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Thermal growth, as used in the field of machinery alignment, is machine frame expansion resulting from heat generation. The generation of heat, of course, is caused by operational processes and forces. Materials subjected to temperature changes from heat generation will expand by precise amounts defined by their material properties.

In turbomachinery, thermal growth results from the temperature differences occurring between the at-rest and running conditions. Generally speaking, the greater the temperature difference, the greater the thermal growth. The magnitude of the growth can be calculated from three variables:

ΔT (temperature difference)

C (coefficient of thermal expansion)

L (distance between shaft centerline and machine supports)

When machinery begins to generate heat, the temperature difference between at-rest and running conditions will cause thermal expansion of the machine frame, thereby bringing about movement of the shaft centerlines. This can produce changes in the alignment affecting the offset and angularity between the two machine shafts.

If misalignment beyond permissible tolerances occurs in the running condition, it can be observed from both high vibration and excessive power consumption. Operating machinery that is subject to thermal growth without taking into account its effects will result in a loss of efficiency, performance, and reduction in machine or component life.

Relying on OEM data sheets may not be enough as their calculations are performed on a test unit, under specified operating conditions, loads and field conditions, which may be different from operating conditions in the field. These differences can affect the amount of thermal growth observed on a unit in service.

Quantifying thermal growth accurately on turbomachinery to determine the amount of positional change between the machines requires expertise and the employment of measurement systems. Thermograms, for example, can provide a temperature profile of the machinery.

From that profile, it is possible to input the various temperature measurements into a simplified formula to approximate thermal growth. For thermal growth at the machine supports, for example, the formula in Figure 1 can be used.

Using these formulas can be a quick, easy, and costeffective way to determine a machine’s thermal effects. Their simplicity adds great value to an engineering or maintenance group by allowing the derivation of approximate, yet useful, thermal growth data without the complexities of true 3-dimensional heat transfer analysis, which may require advanced knowledge in the field coupled with state of the art software.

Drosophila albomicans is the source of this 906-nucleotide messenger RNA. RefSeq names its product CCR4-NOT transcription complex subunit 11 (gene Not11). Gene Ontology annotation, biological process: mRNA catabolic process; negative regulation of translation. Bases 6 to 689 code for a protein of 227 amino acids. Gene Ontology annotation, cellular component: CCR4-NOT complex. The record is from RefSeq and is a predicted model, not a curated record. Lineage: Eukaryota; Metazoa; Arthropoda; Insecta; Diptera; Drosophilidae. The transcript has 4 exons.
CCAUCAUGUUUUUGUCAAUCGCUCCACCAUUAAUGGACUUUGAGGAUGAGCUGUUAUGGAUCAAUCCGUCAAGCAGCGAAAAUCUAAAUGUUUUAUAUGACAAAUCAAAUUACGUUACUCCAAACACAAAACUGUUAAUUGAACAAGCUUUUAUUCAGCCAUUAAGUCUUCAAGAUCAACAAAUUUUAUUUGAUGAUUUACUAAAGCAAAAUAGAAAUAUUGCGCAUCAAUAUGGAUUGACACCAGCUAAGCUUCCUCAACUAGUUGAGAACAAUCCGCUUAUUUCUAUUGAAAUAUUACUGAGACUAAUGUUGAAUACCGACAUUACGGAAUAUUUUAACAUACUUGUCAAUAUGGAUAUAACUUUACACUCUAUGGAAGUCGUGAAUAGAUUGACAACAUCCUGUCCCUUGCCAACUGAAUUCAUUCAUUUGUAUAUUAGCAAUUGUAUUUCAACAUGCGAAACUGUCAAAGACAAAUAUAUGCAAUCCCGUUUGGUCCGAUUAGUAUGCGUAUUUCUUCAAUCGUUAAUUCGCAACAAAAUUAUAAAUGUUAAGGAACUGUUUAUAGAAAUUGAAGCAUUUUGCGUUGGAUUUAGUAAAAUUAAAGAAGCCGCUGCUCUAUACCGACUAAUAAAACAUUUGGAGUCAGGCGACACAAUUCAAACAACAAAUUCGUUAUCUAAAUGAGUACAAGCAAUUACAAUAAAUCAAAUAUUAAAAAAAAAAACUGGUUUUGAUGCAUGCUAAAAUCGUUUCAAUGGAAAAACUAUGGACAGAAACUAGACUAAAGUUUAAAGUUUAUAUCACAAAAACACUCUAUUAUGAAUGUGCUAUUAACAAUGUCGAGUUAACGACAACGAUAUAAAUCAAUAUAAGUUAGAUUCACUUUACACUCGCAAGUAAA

However, calculating thermal growth via simplified formulas is not always accurate. The effort towards simplification omits certain parameters such as: Growth of connected piping; downstream temperature variations; nonhomogenous materials composition; non-uniform machinery cross-sections; uneven heating of materials; changes in ambient temperature during operation; variations in load; process effects; machine frame distortion due to torque; foundation problems; and mechanical looseness.

A more accurate way to calculate thermal growth is through real-time monitoring of machine positional changes using laser monitoring technology (Figure 3). Such monitoring of a particular unit is more precise than theoretical calculations, as one directly observes the actual behavior of the machines in question.

Depending on the measurement equipment and methods selected, one can determine the absolute movement of machines, relative movement between machines, and reveal the movement of the machines from sources other than thermal growth, such as process effects, load changes due to dynamic forces, machine frame or baseplate distortion, foundation problems or mechanical looseness. Monitoring real-time positional changes allows one to quantify the impact on shaft alignment.

All machinery, regardless of how efficient, will generate and lose heat and undergo thermal expansion (or contraction) of the machine frame. Because all machines grow, machinery should be aligned with thermal effects taken into account.

This can be accomplished by using either target specifications, the prescribed misalignment values to be set at the coupling for machines in the atrest and in the unloaded condition, or thermal growth specifications, and the amount of positional change expected for the shaft centerline between the stopped and running conditions at the machine supports.

A machine’s thermal growth or target specifications should be discovered before performing an alignment in order to ensure smooth performance between coupled machines.

However, if machinery has already been aligned and placed into service and thermal growth problems are suspected, live monitoring of the machinery should be undertaken to verify proper alignment.

The monitoring of equipment can be done in one of two ways: From the at-rest, unloaded condition to the final running condition, or vice-versa. A system that accurately monitors and trends these positional changes is essential to this goal.

Such a system should also permit tagging specific events so as to be able to document the effects, such as changing the load, opening or closing a valve, starting nearby machines, and so on.


David Atehortua is an applications engineer for Ludeca, Inc., a provider of alignment, vibration analysis and balancing equipment manufactured by Prueftechnik AG. He can be reached at 305- 591-8935, or